The Ancient Library

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veil of assumed piety, aggravated the emperor's suspicions and fears, and a mutiny was excited in the; afrny assembled at Pavia, where the emperor was, in wfeieb a number of officers of rank, friends or supposed friends of Stilicho, were slain. Sti-licho himself was at Ra,venna; but Olympius, send­ing to the troops there, directed them to seize him, and he was taken from a church: in which he had taken refuge, and put to death by the hand of Heraclian [heraclianus], his son, Euekerius, escaping, for a time, to Rome. The plea for the execution of Stilicho was that he was conspiring-the deposition, if not the death of Honorius, in order to make his own son, Eucherius, emperor in his room. Eucherius is said to have been a heathen; and this circumstance may have either led him to cherish ambitious hopes, from a reliance on the support of the still numerous heathens ; or may have inspired a jealousy which led the emperor and liis court to impute evil designs to him and his father. The Christian writers, Orosius, Marcel-linus, and Prosper Tiro, speak of the alleged treason without doubt. Sozomen gives it as a rumour ; while the heathen historians, Zosirnus and Olym-piodorus, appear to have believed him innocent: an indication that his death was connected with the struggle of expiring Paganism with Christianity. By his death, which took place A. d. 408, Olym-pius became for a while the ruler of affairs. A severe prosecution was carried on against the friends of Stilicho: his daughter, Thermantia, was repudiated and sent home, still a virgin, to her mother, Serena, and died soon after.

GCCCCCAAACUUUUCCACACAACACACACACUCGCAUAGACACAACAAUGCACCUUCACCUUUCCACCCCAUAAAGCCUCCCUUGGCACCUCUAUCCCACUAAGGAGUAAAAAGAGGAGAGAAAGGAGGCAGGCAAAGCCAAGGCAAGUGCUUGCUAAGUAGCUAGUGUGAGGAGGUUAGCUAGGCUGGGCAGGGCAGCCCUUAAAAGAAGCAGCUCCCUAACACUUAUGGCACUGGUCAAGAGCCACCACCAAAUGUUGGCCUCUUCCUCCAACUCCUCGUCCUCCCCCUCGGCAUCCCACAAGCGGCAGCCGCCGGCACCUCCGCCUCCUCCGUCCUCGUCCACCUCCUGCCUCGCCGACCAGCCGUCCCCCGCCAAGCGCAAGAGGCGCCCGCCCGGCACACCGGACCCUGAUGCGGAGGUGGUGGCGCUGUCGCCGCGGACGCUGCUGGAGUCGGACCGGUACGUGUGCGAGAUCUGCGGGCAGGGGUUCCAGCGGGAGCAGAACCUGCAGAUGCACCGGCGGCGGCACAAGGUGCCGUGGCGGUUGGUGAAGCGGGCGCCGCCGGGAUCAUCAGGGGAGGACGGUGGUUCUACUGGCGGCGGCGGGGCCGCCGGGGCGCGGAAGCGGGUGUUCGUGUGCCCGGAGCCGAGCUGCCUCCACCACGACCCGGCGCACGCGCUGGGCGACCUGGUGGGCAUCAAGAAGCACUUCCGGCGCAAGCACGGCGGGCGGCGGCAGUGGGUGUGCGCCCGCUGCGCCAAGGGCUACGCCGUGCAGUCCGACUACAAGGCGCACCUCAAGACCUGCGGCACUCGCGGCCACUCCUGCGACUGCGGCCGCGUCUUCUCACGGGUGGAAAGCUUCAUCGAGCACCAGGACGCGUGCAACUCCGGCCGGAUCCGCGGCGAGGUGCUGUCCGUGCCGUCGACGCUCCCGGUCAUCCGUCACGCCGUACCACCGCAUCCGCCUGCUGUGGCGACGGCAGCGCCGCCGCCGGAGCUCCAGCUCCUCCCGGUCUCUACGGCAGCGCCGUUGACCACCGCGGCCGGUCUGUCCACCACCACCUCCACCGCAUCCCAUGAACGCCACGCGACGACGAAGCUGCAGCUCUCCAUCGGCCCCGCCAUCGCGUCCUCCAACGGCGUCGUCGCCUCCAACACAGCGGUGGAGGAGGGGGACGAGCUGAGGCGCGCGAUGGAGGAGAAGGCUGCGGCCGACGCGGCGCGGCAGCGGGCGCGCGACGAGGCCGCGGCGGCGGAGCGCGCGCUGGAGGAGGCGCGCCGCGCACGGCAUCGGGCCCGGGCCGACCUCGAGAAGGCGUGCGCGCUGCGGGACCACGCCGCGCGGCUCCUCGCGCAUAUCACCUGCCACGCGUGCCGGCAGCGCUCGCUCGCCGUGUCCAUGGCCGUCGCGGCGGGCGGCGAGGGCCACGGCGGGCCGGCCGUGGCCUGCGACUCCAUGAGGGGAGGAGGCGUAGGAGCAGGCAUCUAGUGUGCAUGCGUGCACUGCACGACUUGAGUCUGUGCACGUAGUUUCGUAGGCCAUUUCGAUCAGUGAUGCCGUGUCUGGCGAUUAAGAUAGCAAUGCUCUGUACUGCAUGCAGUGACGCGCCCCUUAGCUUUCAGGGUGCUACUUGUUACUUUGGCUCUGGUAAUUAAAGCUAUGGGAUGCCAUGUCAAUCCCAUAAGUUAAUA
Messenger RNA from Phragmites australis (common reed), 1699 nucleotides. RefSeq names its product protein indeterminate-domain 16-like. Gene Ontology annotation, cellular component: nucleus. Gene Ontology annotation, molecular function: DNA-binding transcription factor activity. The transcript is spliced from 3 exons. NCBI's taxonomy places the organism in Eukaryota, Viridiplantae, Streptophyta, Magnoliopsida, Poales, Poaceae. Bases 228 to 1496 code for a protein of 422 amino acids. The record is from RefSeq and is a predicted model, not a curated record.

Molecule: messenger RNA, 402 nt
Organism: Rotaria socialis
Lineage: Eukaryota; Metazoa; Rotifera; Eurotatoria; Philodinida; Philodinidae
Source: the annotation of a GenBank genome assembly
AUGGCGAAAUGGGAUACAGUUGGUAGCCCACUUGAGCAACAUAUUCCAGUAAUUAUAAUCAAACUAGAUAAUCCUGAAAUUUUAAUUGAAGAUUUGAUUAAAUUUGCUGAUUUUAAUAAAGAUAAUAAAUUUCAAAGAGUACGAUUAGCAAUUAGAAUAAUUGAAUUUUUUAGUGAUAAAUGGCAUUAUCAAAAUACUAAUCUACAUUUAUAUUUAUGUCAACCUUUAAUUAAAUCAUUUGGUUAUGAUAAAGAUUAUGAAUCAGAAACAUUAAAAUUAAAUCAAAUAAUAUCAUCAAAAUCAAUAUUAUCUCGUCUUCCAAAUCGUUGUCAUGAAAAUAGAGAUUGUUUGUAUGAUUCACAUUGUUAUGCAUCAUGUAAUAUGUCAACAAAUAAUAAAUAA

The death of Stilicho furnished Alaric with a pretence for the invasion of Italy, now deprived of its former defender. His demand of a sum of money which he said was due to him being re­jected, he crossed the Alps. Honorius sheltered himself in Ravenna, while Alaric besieged Rome (a. d. 408), which was obliged to pay a heavy ransom. During the siege the unhappy Serena, who was in the city, was put to death, on a charge of corresponding with the enemy. In A. D. 409 Home was again besieged and taken by him, and Attains proclaimed emperor under his protection. [ alaric us ; attalus.] The court of Honorius was the scene of intrigue ; Olympius was supplanted by Jovius, who became praefectus praetorio, but was, in turn, succeeded by Eusebius, who was himself put to death at the instigation of Allobichus, one of the generals of Honorius. Allobichus was executed not long after. Alaric and Attains marched against Ra­venna, which Honorius was on the point of abandon­ing, and fleeing by sea into the Eastern empire, when he was encouraged to hold out by a reinforcement of 4000 men (the corrupted text of Zosimus says 40,000) from his nephew, Theodosius II., emperor of the East. Africa was saved for him by the ability and good faith of Heraclian ; and in A. d. 410 Attalus was deposed by Alaric, with whom he had quarrelled, and a negotiation begun and almost concluded between Honorius and the Visi-Gothic king. The treaty was, however, broken off, ap­parently from some act of hostility on the part of Sarus, a Goth in the Roman service, and the bitter enemy of Alaric, who, in his irritation, re­stored to Attalus the imperial title, but almost im­mediately again deprived him of it. He then marched to Rome, which he took and plundered. He died soon after; and his brother-in-law, Ataul-phus, who succeeded him, retired with his army,